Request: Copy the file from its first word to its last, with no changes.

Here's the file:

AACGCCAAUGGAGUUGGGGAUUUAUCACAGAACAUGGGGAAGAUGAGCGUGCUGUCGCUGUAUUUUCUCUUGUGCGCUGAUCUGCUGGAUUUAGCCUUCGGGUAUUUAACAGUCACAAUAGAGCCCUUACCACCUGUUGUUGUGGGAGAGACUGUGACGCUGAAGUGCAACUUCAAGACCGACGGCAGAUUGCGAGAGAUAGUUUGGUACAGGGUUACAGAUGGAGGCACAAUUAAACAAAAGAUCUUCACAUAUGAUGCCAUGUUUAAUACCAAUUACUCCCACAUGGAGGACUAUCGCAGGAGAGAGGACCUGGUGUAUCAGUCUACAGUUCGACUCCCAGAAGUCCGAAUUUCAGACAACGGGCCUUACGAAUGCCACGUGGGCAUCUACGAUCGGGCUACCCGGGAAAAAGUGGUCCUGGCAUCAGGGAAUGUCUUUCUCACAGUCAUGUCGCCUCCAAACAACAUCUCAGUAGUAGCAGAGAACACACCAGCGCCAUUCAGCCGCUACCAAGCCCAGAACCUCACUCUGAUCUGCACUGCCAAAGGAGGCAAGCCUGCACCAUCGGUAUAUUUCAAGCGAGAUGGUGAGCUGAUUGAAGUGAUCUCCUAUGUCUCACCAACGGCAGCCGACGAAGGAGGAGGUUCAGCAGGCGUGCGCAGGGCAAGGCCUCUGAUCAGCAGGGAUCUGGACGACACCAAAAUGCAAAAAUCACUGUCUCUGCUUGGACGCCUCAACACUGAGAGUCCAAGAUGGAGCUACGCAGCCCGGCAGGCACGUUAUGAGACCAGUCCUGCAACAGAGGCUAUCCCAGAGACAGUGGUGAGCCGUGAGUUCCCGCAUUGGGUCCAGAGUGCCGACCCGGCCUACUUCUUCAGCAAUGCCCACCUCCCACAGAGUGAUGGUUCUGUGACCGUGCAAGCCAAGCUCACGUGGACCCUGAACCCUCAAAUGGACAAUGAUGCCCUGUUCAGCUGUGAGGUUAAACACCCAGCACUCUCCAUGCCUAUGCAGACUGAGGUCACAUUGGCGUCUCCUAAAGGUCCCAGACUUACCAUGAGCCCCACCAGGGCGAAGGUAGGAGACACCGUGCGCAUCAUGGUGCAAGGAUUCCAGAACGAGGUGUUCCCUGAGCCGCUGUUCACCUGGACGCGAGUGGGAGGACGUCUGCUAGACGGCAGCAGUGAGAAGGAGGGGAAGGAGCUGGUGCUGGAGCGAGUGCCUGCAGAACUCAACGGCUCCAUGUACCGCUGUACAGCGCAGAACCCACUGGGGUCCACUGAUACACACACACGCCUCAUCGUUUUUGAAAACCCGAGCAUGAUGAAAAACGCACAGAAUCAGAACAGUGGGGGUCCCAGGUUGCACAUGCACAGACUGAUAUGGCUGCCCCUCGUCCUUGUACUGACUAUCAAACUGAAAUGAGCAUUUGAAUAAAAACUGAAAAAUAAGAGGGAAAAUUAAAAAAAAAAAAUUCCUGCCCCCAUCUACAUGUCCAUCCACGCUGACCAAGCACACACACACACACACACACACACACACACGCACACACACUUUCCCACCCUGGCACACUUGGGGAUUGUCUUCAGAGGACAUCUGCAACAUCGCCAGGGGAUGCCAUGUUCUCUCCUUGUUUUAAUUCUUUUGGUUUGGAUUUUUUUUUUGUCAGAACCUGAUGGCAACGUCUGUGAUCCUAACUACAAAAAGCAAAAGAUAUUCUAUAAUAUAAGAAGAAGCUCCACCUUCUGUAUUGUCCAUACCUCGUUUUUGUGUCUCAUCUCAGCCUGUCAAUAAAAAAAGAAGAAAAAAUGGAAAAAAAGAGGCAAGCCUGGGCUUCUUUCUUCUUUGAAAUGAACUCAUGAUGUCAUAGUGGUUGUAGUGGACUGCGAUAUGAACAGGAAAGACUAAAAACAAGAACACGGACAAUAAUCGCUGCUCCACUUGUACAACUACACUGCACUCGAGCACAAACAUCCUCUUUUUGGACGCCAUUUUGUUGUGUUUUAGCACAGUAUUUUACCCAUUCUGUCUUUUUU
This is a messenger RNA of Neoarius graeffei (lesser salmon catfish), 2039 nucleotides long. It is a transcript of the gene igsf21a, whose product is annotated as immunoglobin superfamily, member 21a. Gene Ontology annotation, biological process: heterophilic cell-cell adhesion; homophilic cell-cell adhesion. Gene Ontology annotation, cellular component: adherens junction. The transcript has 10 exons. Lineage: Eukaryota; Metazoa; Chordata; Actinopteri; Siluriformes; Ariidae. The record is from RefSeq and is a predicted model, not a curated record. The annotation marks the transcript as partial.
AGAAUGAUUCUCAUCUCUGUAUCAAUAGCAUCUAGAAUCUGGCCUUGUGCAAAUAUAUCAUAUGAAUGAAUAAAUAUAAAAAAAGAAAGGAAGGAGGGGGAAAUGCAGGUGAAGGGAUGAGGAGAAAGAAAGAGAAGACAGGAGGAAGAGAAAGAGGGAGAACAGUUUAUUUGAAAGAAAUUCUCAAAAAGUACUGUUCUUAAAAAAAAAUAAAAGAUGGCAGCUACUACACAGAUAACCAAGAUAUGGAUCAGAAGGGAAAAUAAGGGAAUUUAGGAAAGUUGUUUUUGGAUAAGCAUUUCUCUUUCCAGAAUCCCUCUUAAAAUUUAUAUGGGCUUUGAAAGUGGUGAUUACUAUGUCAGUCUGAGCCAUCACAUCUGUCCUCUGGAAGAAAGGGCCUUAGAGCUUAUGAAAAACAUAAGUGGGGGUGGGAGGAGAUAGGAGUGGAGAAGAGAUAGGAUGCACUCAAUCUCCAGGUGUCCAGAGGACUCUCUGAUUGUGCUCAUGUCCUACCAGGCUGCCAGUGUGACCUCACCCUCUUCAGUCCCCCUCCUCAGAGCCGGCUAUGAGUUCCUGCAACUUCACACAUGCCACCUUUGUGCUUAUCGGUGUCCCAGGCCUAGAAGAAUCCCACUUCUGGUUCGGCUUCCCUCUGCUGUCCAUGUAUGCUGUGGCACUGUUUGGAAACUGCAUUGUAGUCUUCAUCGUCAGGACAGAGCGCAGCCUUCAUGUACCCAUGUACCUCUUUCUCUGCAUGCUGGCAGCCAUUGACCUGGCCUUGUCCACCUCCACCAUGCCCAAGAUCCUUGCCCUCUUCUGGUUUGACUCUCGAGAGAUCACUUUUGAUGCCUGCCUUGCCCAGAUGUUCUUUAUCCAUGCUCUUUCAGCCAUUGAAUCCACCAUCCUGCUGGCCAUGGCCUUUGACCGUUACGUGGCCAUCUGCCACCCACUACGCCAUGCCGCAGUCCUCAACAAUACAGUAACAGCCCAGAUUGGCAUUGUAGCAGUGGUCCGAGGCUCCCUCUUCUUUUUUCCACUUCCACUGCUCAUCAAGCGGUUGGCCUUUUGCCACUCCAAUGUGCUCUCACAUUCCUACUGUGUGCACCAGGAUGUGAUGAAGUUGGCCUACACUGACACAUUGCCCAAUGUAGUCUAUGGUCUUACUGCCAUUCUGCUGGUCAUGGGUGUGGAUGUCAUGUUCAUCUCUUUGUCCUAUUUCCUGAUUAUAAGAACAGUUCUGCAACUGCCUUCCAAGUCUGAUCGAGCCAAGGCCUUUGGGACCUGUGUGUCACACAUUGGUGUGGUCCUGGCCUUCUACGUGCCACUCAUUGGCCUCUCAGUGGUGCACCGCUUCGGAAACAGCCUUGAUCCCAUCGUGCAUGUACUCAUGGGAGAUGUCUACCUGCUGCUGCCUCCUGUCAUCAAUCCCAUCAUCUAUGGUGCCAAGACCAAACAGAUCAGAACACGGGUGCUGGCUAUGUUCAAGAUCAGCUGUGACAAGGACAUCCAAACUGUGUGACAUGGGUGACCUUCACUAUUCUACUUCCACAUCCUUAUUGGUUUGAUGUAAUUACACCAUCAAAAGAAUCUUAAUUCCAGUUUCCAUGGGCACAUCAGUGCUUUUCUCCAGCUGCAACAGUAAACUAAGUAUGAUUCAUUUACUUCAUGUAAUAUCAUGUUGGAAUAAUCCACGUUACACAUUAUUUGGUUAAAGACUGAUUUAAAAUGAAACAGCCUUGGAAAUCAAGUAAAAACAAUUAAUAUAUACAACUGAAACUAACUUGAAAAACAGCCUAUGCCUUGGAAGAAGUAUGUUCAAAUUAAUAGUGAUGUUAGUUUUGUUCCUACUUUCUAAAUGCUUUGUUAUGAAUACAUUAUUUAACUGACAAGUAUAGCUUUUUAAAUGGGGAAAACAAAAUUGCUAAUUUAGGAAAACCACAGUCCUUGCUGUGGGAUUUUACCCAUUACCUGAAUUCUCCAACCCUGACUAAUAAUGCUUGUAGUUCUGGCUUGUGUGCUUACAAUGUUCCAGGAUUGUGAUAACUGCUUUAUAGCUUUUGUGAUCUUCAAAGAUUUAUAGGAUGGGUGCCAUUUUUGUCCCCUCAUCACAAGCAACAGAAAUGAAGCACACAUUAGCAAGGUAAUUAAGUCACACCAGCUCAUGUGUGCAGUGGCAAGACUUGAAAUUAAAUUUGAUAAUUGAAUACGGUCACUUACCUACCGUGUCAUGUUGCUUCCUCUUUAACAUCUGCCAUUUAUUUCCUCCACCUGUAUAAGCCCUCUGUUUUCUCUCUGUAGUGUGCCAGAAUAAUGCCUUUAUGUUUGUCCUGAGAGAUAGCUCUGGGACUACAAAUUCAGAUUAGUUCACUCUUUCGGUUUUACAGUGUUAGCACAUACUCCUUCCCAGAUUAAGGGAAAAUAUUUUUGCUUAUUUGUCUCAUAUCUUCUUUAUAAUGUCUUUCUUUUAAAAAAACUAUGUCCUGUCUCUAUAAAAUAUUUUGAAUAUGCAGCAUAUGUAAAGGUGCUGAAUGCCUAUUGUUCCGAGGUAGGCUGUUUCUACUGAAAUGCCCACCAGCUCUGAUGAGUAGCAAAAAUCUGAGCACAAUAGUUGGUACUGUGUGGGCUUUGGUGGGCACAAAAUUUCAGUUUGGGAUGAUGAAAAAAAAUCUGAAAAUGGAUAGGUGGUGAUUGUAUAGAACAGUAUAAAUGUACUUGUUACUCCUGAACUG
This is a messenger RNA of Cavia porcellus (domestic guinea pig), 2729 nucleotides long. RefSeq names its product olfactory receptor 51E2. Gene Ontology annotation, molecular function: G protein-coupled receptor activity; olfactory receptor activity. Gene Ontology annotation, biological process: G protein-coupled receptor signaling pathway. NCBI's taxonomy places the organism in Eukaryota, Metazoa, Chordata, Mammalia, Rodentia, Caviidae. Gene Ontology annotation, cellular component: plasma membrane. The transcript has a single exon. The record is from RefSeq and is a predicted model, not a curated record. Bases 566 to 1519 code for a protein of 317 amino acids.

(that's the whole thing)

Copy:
AACGCCAAUGGAGUUGGGGAUUUAUCACAGAACAUGGGGAAGAUGAGCGUGCUGUCGCUGUAUUUUCUCUUGUGCGCUGAUCUGCUGGAUUUAGCCUUCGGGUAUUUAACAGUCACAAUAGAGCCCUUACCACCUGUUGUUGUGGGAGAGACUGUGACGCUGAAGUGCAACUUCAAGACCGACGGCAGAUUGCGAGAGAUAGUUUGGUACAGGGUUACAGAUGGAGGCACAAUUAAACAAAAGAUCUUCACAUAUGAUGCCAUGUUUAAUACCAAUUACUCCCACAUGGAGGACUAUCGCAGGAGAGAGGACCUGGUGUAUCAGUCUACAGUUCGACUCCCAGAAGUCCGAAUUUCAGACAACGGGCCUUACGAAUGCCACGUGGGCAUCUACGAUCGGGCUACCCGGGAAAAAGUGGUCCUGGCAUCAGGGAAUGUCUUUCUCACAGUCAUGUCGCCUCCAAACAACAUCUCAGUAGUAGCAGAGAACACACCAGCGCCAUUCAGCCGCUACCAAGCCCAGAACCUCACUCUGAUCUGCACUGCCAAAGGAGGCAAGCCUGCACCAUCGGUAUAUUUCAAGCGAGAUGGUGAGCUGAUUGAAGUGAUCUCCUAUGUCUCACCAACGGCAGCCGACGAAGGAGGAGGUUCAGCAGGCGUGCGCAGGGCAAGGCCUCUGAUCAGCAGGGAUCUGGACGACACCAAAAUGCAAAAAUCACUGUCUCUGCUUGGACGCCUCAACACUGAGAGUCCAAGAUGGAGCUACGCAGCCCGGCAGGCACGUUAUGAGACCAGUCCUGCAACAGAGGCUAUCCCAGAGACAGUGGUGAGCCGUGAGUUCCCGCAUUGGGUCCAGAGUGCCGACCCGGCCUACUUCUUCAGCAAUGCCCACCUCCCACAGAGUGAUGGUUCUGUGACCGUGCAAGCCAAGCUCACGUGGACCCUGAACCCUCAAAUGGACAAUGAUGCCCUGUUCAGCUGUGAGGUUAAACACCCAGCACUCUCCAUGCCUAUGCAGACUGAGGUCACAUUGGCGUCUCCUAAAGGUCCCAGACUUACCAUGAGCCCCACCAGGGCGAAGGUAGGAGACACCGUGCGCAUCAUGGUGCAAGGAUUCCAGAACGAGGUGUUCCCUGAGCCGCUGUUCACCUGGACGCGAGUGGGAGGACGUCUGCUAGACGGCAGCAGUGAGAAGGAGGGGAAGGAGCUGGUGCUGGAGCGAGUGCCUGCAGAACUCAACGGCUCCAUGUACCGCUGUACAGCGCAGAACCCACUGGGGUCCACUGAUACACACACACGCCUCAUCGUUUUUGAAAACCCGAGCAUGAUGAAAAACGCACAGAAUCAGAACAGUGGGGGUCCCAGGUUGCACAUGCACAGACUGAUAUGGCUGCCCCUCGUCCUUGUACUGACUAUCAAACUGAAAUGAGCAUUUGAAUAAAAACUGAAAAAUAAGAGGGAAAAUUAAAAAAAAAAAAUUCCUGCCCCCAUCUACAUGUCCAUCCACGCUGACCAAGCACACACACACACACACACACACACACACACGCACACACACUUUCCCACCCUGGCACACUUGGGGAUUGUCUUCAGAGGACAUCUGCAACAUCGCCAGGGGAUGCCAUGUUCUCUCCUUGUUUUAAUUCUUUUGGUUUGGAUUUUUUUUUUGUCAGAACCUGAUGGCAACGUCUGUGAUCCUAACUACAAAAAGCAAAAGAUAUUCUAUAAUAUAAGAAGAAGCUCCACCUUCUGUAUUGUCCAUACCUCGUUUUUGUGUCUCAUCUCAGCCUGUCAAUAAAAAAAGAAGAAAAAAUGGAAAAAAAGAGGCAAGCCUGGGCUUCUUUCUUCUUUGAAAUGAACUCAUGAUGUCAUAGUGGUUGUAGUGGACUGCGAUAUGAACAGGAAAGACUAAAAACAAGAACACGGACAAUAAUCGCUGCUCCACUUGUACAACUACACUGCACUCGAGCACAAACAUCCUCUUUUUGGACGCCAUUUUGUUGUGUUUUAGCACAGUAUUUUACCCAUUCUGUCUUUUUU
This is a messenger RNA of Neoarius graeffei (lesser salmon catfish), 2039 nucleotides long. It is a transcript of the gene igsf21a, whose product is annotated as immunoglobin superfamily, member 21a. Gene Ontology annotation, biological process: heterophilic cell-cell adhesion; homophilic cell-cell adhesion. Gene Ontology annotation, cellular component: adherens junction. The transcript has 10 exons. Lineage: Eukaryota; Metazoa; Chordata; Actinopteri; Siluriformes; Ariidae. The record is from RefSeq and is a predicted model, not a curated record. The annotation marks the transcript as partial.
AGAAUGAUUCUCAUCUCUGUAUCAAUAGCAUCUAGAAUCUGGCCUUGUGCAAAUAUAUCAUAUGAAUGAAUAAAUAUAAAAAAAGAAAGGAAGGAGGGGGAAAUGCAGGUGAAGGGAUGAGGAGAAAGAAAGAGAAGACAGGAGGAAGAGAAAGAGGGAGAACAGUUUAUUUGAAAGAAAUUCUCAAAAAGUACUGUUCUUAAAAAAAAAUAAAAGAUGGCAGCUACUACACAGAUAACCAAGAUAUGGAUCAGAAGGGAAAAUAAGGGAAUUUAGGAAAGUUGUUUUUGGAUAAGCAUUUCUCUUUCCAGAAUCCCUCUUAAAAUUUAUAUGGGCUUUGAAAGUGGUGAUUACUAUGUCAGUCUGAGCCAUCACAUCUGUCCUCUGGAAGAAAGGGCCUUAGAGCUUAUGAAAAACAUAAGUGGGGGUGGGAGGAGAUAGGAGUGGAGAAGAGAUAGGAUGCACUCAAUCUCCAGGUGUCCAGAGGACUCUCUGAUUGUGCUCAUGUCCUACCAGGCUGCCAGUGUGACCUCACCCUCUUCAGUCCCCCUCCUCAGAGCCGGCUAUGAGUUCCUGCAACUUCACACAUGCCACCUUUGUGCUUAUCGGUGUCCCAGGCCUAGAAGAAUCCCACUUCUGGUUCGGCUUCCCUCUGCUGUCCAUGUAUGCUGUGGCACUGUUUGGAAACUGCAUUGUAGUCUUCAUCGUCAGGACAGAGCGCAGCCUUCAUGUACCCAUGUACCUCUUUCUCUGCAUGCUGGCAGCCAUUGACCUGGCCUUGUCCACCUCCACCAUGCCCAAGAUCCUUGCCCUCUUCUGGUUUGACUCUCGAGAGAUCACUUUUGAUGCCUGCCUUGCCCAGAUGUUCUUUAUCCAUGCUCUUUCAGCCAUUGAAUCCACCAUCCUGCUGGCCAUGGCCUUUGACCGUUACGUGGCCAUCUGCCACCCACUACGCCAUGCCGCAGUCCUCAACAAUACAGUAACAGCCCAGAUUGGCAUUGUAGCAGUGGUCCGAGGCUCCCUCUUCUUUUUUCCACUUCCACUGCUCAUCAAGCGGUUGGCCUUUUGCCACUCCAAUGUGCUCUCACAUUCCUACUGUGUGCACCAGGAUGUGAUGAAGUUGGCCUACACUGACACAUUGCCCAAUGUAGUCUAUGGUCUUACUGCCAUUCUGCUGGUCAUGGGUGUGGAUGUCAUGUUCAUCUCUUUGUCCUAUUUCCUGAUUAUAAGAACAGUUCUGCAACUGCCUUCCAAGUCUGAUCGAGCCAAGGCCUUUGGGACCUGUGUGUCACACAUUGGUGUGGUCCUGGCCUUCUACGUGCCACUCAUUGGCCUCUCAGUGGUGCACCGCUUCGGAAACAGCCUUGAUCCCAUCGUGCAUGUACUCAUGGGAGAUGUCUACCUGCUGCUGCCUCCUGUCAUCAAUCCCAUCAUCUAUGGUGCCAAGACCAAACAGAUCAGAACACGGGUGCUGGCUAUGUUCAAGAUCAGCUGUGACAAGGACAUCCAAACUGUGUGACAUGGGUGACCUUCACUAUUCUACUUCCACAUCCUUAUUGGUUUGAUGUAAUUACACCAUCAAAAGAAUCUUAAUUCCAGUUUCCAUGGGCACAUCAGUGCUUUUCUCCAGCUGCAACAGUAAACUAAGUAUGAUUCAUUUACUUCAUGUAAUAUCAUGUUGGAAUAAUCCACGUUACACAUUAUUUGGUUAAAGACUGAUUUAAAAUGAAACAGCCUUGGAAAUCAAGUAAAAACAAUUAAUAUAUACAACUGAAACUAACUUGAAAAACAGCCUAUGCCUUGGAAGAAGUAUGUUCAAAUUAAUAGUGAUGUUAGUUUUGUUCCUACUUUCUAAAUGCUUUGUUAUGAAUACAUUAUUUAACUGACAAGUAUAGCUUUUUAAAUGGGGAAAACAAAAUUGCUAAUUUAGGAAAACCACAGUCCUUGCUGUGGGAUUUUACCCAUUACCUGAAUUCUCCAACCCUGACUAAUAAUGCUUGUAGUUCUGGCUUGUGUGCUUACAAUGUUCCAGGAUUGUGAUAACUGCUUUAUAGCUUUUGUGAUCUUCAAAGAUUUAUAGGAUGGGUGCCAUUUUUGUCCCCUCAUCACAAGCAACAGAAAUGAAGCACACAUUAGCAAGGUAAUUAAGUCACACCAGCUCAUGUGUGCAGUGGCAAGACUUGAAAUUAAAUUUGAUAAUUGAAUACGGUCACUUACCUACCGUGUCAUGUUGCUUCCUCUUUAACAUCUGCCAUUUAUUUCCUCCACCUGUAUAAGCCCUCUGUUUUCUCUCUGUAGUGUGCCAGAAUAAUGCCUUUAUGUUUGUCCUGAGAGAUAGCUCUGGGACUACAAAUUCAGAUUAGUUCACUCUUUCGGUUUUACAGUGUUAGCACAUACUCCUUCCCAGAUUAAGGGAAAAUAUUUUUGCUUAUUUGUCUCAUAUCUUCUUUAUAAUGUCUUUCUUUUAAAAAAACUAUGUCCUGUCUCUAUAAAAUAUUUUGAAUAUGCAGCAUAUGUAAAGGUGCUGAAUGCCUAUUGUUCCGAGGUAGGCUGUUUCUACUGAAAUGCCCACCAGCUCUGAUGAGUAGCAAAAAUCUGAGCACAAUAGUUGGUACUGUGUGGGCUUUGGUGGGCACAAAAUUUCAGUUUGGGAUGAUGAAAAAAAAUCUGAAAAUGGAUAGGUGGUGAUUGUAUAGAACAGUAUAAAUGUACUUGUUACUCCUGAACUG
This is a messenger RNA of Cavia porcellus (domestic guinea pig), 2729 nucleotides long. RefSeq names its product olfactory receptor 51E2. Gene Ontology annotation, molecular function: G protein-coupled receptor activity; olfactory receptor activity. Gene Ontology annotation, biological process: G protein-coupled receptor signaling pathway. NCBI's taxonomy places the organism in Eukaryota, Metazoa, Chordata, Mammalia, Rodentia, Caviidae. Gene Ontology annotation, cellular component: plasma membrane. The transcript has a single exon. The record is from RefSeq and is a predicted model, not a curated record. Bases 566 to 1519 code for a protein of 317 amino acids.